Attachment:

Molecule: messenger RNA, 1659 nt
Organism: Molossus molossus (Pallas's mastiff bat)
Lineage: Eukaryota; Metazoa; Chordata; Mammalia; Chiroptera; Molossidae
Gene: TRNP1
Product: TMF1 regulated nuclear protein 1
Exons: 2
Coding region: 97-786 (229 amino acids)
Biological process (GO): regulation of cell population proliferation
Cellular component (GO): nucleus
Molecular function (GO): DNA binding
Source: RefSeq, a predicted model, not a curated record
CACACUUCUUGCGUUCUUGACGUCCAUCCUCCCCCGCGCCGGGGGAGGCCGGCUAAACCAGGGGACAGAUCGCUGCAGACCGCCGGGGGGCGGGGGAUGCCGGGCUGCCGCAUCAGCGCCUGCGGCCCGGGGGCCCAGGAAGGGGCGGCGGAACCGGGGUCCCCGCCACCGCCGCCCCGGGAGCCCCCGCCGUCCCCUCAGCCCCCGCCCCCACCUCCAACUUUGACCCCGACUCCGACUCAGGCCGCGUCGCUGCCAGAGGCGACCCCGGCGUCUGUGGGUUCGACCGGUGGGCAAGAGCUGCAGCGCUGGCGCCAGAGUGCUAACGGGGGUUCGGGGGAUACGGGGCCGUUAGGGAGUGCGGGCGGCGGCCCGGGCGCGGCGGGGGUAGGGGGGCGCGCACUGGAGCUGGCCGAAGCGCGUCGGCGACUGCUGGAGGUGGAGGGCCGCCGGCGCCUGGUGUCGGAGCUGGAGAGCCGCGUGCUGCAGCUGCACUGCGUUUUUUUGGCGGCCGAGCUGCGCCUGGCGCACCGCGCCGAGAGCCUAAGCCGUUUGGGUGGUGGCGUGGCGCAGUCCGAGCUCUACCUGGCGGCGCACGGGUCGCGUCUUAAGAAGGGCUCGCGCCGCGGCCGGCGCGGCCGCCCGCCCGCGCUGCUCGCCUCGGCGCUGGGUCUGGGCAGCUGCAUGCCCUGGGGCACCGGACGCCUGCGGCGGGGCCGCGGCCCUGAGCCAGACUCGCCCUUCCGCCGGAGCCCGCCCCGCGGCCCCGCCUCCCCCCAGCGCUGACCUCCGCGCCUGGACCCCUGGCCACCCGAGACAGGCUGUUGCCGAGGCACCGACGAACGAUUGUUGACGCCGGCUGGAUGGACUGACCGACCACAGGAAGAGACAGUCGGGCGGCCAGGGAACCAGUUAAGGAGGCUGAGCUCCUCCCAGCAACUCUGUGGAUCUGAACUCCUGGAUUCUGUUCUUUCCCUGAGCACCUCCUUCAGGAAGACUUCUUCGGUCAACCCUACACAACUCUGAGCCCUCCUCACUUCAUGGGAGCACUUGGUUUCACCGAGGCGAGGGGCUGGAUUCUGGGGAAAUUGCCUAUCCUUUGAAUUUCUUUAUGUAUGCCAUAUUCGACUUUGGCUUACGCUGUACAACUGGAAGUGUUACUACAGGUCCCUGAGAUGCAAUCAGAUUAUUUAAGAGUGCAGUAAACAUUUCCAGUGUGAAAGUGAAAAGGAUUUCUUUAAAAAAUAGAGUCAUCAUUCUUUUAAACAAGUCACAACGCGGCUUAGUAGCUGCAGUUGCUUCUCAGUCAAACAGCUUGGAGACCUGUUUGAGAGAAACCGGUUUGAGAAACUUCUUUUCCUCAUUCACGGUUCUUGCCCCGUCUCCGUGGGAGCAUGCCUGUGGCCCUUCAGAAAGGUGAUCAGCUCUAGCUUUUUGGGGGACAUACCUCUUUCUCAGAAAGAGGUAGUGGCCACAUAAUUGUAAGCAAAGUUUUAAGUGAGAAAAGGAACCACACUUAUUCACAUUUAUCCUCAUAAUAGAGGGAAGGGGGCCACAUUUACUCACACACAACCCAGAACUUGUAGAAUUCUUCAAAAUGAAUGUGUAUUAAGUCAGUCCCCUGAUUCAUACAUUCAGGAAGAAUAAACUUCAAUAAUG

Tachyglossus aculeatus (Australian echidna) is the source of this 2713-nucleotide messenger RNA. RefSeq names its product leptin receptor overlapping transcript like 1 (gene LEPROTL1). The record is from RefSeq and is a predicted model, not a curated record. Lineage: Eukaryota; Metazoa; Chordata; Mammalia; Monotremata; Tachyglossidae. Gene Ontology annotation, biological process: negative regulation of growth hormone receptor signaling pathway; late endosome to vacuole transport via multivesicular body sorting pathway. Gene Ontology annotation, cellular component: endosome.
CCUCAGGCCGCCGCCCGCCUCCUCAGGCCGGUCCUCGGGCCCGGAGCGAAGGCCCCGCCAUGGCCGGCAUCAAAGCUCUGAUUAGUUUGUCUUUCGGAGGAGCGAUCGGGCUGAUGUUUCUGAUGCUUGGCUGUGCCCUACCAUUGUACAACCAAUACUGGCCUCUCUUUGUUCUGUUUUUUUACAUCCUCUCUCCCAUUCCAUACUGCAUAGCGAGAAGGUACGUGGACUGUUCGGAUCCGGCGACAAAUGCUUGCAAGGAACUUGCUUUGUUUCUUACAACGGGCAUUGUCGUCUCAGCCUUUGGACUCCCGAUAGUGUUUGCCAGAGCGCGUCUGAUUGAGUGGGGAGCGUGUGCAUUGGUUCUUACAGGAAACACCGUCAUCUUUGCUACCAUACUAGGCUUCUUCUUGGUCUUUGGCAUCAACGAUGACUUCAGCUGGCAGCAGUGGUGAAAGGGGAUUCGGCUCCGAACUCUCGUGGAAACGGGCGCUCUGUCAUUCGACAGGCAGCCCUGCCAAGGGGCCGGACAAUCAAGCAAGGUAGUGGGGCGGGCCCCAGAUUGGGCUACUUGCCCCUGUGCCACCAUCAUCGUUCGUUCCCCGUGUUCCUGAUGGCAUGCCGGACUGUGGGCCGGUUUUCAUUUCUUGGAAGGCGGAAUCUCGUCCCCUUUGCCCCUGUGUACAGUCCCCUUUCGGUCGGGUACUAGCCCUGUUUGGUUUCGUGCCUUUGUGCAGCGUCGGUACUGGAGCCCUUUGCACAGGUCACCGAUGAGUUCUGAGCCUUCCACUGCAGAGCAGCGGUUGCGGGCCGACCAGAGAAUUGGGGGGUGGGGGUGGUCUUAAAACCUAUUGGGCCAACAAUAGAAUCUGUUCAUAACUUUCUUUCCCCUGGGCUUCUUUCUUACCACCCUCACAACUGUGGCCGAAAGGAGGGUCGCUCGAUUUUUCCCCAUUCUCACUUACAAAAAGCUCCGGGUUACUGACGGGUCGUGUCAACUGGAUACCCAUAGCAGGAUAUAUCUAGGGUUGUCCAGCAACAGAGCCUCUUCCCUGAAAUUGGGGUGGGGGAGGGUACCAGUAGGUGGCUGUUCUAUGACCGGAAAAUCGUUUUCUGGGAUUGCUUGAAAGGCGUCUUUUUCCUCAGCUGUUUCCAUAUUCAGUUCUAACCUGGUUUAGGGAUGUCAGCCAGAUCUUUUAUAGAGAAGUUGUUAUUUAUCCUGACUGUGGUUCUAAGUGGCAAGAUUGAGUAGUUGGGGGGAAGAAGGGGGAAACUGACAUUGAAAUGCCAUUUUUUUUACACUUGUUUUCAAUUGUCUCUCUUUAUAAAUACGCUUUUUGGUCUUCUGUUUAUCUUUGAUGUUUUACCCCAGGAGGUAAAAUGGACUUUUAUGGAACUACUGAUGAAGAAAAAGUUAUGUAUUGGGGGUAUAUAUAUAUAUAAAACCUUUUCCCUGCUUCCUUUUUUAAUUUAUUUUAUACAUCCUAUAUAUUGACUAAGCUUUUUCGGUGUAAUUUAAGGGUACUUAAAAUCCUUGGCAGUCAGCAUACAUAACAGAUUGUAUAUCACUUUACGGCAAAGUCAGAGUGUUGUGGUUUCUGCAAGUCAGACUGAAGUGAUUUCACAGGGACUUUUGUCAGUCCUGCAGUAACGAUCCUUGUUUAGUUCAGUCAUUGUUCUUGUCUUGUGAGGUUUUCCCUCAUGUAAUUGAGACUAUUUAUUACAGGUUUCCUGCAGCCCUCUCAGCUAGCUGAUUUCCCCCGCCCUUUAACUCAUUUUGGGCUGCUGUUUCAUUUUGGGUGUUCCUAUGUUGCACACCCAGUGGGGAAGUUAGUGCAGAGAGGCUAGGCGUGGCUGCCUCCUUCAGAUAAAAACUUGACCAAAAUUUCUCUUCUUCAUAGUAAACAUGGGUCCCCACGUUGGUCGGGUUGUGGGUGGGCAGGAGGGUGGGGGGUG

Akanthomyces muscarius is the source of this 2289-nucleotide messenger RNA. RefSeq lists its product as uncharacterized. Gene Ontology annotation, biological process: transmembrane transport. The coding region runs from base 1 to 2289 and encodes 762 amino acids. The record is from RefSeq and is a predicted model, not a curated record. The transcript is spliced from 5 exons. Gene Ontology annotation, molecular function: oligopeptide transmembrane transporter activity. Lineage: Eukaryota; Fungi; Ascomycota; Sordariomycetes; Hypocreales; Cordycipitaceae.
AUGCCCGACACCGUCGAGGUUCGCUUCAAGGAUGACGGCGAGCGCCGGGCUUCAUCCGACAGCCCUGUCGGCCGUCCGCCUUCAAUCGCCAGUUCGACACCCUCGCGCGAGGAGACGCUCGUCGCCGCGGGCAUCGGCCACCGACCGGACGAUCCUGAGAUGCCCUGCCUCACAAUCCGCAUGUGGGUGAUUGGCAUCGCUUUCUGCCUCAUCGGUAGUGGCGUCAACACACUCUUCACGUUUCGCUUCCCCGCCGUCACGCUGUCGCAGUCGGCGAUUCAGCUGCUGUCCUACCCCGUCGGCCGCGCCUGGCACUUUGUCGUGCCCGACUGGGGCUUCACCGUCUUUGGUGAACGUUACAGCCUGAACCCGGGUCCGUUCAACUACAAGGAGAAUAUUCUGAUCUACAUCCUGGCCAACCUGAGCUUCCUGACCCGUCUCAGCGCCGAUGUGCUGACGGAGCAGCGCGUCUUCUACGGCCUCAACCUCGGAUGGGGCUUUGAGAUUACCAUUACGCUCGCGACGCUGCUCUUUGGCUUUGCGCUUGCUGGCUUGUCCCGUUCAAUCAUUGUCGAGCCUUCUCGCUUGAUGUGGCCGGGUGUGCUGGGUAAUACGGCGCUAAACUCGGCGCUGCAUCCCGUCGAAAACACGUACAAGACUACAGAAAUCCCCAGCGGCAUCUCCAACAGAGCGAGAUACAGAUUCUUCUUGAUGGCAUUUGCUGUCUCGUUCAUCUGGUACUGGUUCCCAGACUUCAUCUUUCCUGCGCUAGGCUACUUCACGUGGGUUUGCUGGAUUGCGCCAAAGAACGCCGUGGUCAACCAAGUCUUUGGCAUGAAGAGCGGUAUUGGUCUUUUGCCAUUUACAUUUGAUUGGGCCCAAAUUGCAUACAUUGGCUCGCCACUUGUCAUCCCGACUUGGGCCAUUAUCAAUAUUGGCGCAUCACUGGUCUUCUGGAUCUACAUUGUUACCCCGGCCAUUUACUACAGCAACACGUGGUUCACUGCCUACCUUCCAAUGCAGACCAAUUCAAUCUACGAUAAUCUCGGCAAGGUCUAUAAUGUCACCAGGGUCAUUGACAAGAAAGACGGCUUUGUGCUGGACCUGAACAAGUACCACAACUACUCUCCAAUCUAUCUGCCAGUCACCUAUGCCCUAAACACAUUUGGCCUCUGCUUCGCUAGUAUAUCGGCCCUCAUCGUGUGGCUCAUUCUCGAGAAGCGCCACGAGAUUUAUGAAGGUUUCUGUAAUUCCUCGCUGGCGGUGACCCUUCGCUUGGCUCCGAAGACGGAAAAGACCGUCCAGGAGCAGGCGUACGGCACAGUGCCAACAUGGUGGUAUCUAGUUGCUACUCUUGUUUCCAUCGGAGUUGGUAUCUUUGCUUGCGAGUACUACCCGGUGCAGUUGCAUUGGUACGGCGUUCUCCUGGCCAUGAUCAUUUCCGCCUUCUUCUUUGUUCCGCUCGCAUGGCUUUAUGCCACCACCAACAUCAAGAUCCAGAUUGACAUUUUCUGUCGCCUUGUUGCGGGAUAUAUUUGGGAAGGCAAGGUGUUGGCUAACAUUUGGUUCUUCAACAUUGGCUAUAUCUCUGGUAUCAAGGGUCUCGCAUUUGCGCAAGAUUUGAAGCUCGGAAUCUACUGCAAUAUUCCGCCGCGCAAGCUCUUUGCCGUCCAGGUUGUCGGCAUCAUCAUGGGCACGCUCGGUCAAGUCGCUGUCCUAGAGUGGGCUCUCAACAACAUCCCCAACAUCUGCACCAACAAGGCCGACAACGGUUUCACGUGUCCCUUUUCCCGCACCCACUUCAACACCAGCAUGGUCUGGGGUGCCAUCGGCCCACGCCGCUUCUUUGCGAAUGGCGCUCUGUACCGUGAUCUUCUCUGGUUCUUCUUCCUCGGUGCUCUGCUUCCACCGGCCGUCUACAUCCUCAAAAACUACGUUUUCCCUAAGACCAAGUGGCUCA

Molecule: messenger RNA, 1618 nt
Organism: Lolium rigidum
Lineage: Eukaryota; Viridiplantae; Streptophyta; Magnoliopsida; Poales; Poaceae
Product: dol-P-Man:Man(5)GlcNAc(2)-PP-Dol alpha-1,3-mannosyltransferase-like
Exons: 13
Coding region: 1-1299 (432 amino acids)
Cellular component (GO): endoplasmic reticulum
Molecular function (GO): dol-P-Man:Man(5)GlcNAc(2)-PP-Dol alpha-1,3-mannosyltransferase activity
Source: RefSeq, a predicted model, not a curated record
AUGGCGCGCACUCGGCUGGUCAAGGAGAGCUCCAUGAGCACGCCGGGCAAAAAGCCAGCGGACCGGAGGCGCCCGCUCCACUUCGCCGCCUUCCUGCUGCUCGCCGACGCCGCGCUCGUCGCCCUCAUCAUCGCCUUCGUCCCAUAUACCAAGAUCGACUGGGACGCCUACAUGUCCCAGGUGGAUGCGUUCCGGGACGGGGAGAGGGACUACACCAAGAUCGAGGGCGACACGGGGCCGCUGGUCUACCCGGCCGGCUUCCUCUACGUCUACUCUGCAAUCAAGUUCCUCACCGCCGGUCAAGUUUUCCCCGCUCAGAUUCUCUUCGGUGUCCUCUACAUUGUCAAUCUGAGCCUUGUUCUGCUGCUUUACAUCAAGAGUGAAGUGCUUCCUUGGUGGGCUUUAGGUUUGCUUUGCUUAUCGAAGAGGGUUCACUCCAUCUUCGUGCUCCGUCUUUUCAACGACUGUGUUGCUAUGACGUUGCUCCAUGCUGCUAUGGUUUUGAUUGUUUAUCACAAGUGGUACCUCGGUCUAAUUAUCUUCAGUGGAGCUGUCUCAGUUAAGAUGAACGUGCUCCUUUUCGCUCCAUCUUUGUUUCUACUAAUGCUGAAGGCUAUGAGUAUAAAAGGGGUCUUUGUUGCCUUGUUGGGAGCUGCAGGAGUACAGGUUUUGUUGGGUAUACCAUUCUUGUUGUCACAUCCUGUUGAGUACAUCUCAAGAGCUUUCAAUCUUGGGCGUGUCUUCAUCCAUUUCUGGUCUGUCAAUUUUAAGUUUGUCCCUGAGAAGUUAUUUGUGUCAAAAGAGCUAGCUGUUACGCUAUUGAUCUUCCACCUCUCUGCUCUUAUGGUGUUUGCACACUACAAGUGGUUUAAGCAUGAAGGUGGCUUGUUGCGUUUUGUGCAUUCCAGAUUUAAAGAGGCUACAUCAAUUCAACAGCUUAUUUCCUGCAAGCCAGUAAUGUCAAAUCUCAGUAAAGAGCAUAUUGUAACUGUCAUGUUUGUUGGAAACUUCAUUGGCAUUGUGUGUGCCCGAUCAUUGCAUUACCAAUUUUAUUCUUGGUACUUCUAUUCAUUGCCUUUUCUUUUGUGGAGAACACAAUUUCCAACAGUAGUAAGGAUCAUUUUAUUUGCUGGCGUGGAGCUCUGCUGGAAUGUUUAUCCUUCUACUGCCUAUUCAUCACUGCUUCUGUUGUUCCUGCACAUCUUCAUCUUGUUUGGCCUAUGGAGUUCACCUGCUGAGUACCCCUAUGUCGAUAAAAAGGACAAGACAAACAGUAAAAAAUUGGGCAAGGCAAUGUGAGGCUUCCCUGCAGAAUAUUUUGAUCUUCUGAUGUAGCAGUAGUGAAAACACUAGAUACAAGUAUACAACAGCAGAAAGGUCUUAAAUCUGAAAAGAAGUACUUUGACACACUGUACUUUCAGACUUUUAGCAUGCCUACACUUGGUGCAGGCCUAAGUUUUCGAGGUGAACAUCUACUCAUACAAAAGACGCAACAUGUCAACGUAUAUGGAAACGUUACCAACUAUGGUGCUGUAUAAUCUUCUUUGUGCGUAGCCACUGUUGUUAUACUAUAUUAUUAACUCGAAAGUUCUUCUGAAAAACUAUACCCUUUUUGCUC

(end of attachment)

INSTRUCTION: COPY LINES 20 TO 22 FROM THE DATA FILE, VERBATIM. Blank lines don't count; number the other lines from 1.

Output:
Product: dol-P-Man:Man(5)GlcNAc(2)-PP-Dol alpha-1,3-mannosyltransferase-like
Exons: 13
Coding region: 1-1299 (432 amino acids)